Subsidy losses heighten farmers' need for more diverse incomes

Andrew Fundell, parter at the Norwich office of Brown & Co.

Andrew Fundell, from the Norwich office of Brown & Co, has urged farmers to plan for a future without Basic Payment Scheme subsidies, which are being phased out after Brexit - Credit: Brown & Co

Amid all the uncertainties surrounding agriculture, one thing is for sure - farms will no longer be able to rely on subsidies to support their bottom line.

At the end of last year, the government outlined a seven-year timetable for phasing out the Basic Payment Scheme (BPS), which previously distributed EU subsidies based on the amount of land farmed.

It will be replaced by the Environmental Land Management Scheme (ELMS), which will instead reward farmers for "public goods" such as work to improve landscapes and protect ecosystems.

But with that scheme still in development and not due to begin its full roll-out until 2024, there are concerns of a funding gap.

The financial impact has been illustrated on a hypothetical model farm devised by rural agents at Brown and Co. This typical 420ha eastern counties unit, producing cereals, legumes and sugar beet, currently has a BPS payment of £90,552 which will reduce by an estimated  £11,610 in 2021, £25,193 in 2022, £38,776 in 2023 and £52,359 in 2024 - more than half its current level. By 2027 it will be gone altogether. 

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Andrew Fundell, a partner in the agricultural business consultancy in the Norwich office of Brown and Co, urged farmers to use the seven-year transition window to plan for this change - and explore new potential revenue streams.

"When it comes to 2024 we're losing 50pc of BPS," he said. "Whether businesses can take that on the chin depends on what alternative income streams they have identified in the meantime - whether that's tourism, commercial property, letting the farm out for storage, light industrial units, or whether they have used the advantageous planning environment to realise some under-utilised assets and sell those off to reduce debt.

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"People have also geared up, borrowed more money and invested in other enterprises outside agriculture, whether that's commercial, residential or other options.

"You've also got people investing in pigs and poultry, completely separate enterprise on the farm, but using the skills they have already got.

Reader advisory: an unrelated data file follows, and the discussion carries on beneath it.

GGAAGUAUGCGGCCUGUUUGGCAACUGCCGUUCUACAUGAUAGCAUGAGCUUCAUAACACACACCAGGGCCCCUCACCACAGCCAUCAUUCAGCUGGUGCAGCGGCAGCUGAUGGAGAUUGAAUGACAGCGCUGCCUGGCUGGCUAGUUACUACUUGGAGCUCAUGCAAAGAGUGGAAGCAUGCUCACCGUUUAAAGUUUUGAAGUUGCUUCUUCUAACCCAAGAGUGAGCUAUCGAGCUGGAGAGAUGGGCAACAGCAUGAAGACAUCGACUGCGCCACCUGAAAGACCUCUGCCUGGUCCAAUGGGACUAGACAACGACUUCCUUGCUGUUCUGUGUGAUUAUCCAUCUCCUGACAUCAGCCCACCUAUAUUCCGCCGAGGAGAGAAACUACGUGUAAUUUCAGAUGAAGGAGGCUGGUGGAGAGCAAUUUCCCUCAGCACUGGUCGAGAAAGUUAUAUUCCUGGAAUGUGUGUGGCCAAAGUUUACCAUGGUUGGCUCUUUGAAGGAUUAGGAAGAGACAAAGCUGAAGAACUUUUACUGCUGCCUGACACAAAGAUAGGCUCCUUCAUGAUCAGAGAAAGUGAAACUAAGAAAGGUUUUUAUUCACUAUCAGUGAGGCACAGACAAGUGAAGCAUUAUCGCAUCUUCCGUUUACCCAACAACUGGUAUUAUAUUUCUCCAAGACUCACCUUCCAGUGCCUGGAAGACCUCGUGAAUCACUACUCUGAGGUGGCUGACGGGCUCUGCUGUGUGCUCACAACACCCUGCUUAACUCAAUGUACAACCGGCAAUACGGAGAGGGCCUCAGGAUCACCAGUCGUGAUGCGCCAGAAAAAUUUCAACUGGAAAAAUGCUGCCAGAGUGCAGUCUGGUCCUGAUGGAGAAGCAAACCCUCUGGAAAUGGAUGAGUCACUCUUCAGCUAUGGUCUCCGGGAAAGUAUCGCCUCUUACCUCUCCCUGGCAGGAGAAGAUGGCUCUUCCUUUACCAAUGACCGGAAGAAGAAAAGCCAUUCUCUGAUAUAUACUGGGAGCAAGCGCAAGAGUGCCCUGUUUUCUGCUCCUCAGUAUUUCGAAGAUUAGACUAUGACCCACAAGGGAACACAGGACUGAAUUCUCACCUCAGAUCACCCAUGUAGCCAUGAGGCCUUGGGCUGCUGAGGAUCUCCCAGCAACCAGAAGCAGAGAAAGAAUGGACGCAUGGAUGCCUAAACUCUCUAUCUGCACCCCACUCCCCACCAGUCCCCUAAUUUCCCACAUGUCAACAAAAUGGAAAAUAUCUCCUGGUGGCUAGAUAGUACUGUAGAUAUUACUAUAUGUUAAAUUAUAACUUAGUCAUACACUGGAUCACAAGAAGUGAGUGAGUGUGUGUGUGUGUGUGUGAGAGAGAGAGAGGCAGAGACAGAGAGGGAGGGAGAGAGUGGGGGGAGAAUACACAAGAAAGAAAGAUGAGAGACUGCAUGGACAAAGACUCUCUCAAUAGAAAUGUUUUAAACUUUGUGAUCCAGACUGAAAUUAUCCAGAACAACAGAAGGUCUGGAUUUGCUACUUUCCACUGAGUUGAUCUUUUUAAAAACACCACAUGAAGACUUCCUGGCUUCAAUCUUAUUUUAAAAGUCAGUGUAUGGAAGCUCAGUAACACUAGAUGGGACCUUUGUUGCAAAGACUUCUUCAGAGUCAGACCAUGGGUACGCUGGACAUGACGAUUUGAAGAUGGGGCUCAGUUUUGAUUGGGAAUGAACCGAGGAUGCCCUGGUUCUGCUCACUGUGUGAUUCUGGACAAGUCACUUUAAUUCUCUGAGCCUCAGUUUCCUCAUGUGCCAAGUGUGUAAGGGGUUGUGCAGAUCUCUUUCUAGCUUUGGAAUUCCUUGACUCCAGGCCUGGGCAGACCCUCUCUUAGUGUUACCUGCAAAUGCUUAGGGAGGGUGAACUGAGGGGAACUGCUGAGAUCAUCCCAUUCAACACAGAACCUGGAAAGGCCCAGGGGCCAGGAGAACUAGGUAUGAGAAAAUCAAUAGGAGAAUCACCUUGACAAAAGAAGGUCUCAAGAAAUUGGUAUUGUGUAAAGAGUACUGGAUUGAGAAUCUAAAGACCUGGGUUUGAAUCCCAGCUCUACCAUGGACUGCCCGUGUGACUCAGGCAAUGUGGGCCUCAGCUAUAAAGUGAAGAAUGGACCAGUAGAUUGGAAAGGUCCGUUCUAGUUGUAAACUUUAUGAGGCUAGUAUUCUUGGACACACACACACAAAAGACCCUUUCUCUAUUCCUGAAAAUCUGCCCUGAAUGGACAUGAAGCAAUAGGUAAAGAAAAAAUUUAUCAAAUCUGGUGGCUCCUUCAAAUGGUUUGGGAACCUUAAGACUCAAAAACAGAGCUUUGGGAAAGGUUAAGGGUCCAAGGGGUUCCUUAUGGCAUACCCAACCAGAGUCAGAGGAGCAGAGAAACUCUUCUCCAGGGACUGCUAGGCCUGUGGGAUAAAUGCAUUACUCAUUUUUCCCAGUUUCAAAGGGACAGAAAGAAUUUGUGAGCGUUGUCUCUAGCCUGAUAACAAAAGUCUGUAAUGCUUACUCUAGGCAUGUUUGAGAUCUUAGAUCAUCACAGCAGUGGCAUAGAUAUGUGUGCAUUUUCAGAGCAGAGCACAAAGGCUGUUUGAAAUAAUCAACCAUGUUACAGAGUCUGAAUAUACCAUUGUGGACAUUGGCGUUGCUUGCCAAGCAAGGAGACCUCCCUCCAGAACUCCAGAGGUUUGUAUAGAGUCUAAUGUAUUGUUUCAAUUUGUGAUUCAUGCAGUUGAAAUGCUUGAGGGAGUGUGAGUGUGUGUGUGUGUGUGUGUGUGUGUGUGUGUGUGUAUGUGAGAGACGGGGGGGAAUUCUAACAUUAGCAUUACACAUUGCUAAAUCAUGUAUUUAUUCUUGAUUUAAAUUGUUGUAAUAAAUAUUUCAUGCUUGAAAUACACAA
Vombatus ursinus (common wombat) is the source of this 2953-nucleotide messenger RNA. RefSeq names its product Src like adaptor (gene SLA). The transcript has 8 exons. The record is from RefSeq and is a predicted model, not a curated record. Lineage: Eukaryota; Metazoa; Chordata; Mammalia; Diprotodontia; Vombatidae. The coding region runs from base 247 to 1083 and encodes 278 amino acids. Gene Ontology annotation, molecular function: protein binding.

"Most people realise that, in all bar a few situations, to replace the total of your basic payment and any minor stewardship scheme you have on the farm with ELMS income by 2024 onwards is unlikely - particularly on productive Norfolk agricultural land."

Mr Fundell said he expected more government funding opportunities to be launched to help farmers "plug the gap" by investing in new technologies, large machinery, reservoirs, robotics or packing lines.

He added that while recent bad weather has highlighted the volatility of traditional farming operations, it had also resulted in unexpectedly high prices for wheat and other commodities - but that temporary relief must not be a distraction from the need for sustainable incomes.

"It would be wrong to base your five-year plan on commodity prices as they are now," he said. "We need to have a Plan B. While we like to make hay while the sun shines, having a Plan B, especially for more marginal areas, is important."

Susan Twining, senior policy adviser for the Country Land and Business Association (CLA) said there was still a "frustrating" lack of detail over the new payment schemes, which was making it difficult for East Anglian farmers to plan for their financial future.

"While we are supportive of the principles of the new schemes, transitioning from the old system to the new one is fraught with dangers," she said.

"By the time the ELMS is fully operational, farming businesses face losing at least 50pc of the financial support they previously received. The reliance on BPS for farming businesses of all sizes is very obvious, and it seems clear that some will struggle.

"A lot of work is continuing behind the scenes at Defra and we are expecting notice of a number of consultations and pilot schemes on different aspects of the new schemes in the next few months.

"However, for farming businesses, it can all feel quite daunting, with confirmation of the what the cuts are going to look like, but a frustrating lack of detail on the new schemes and how they will work, making it difficult for businesses to plan with any confidence."

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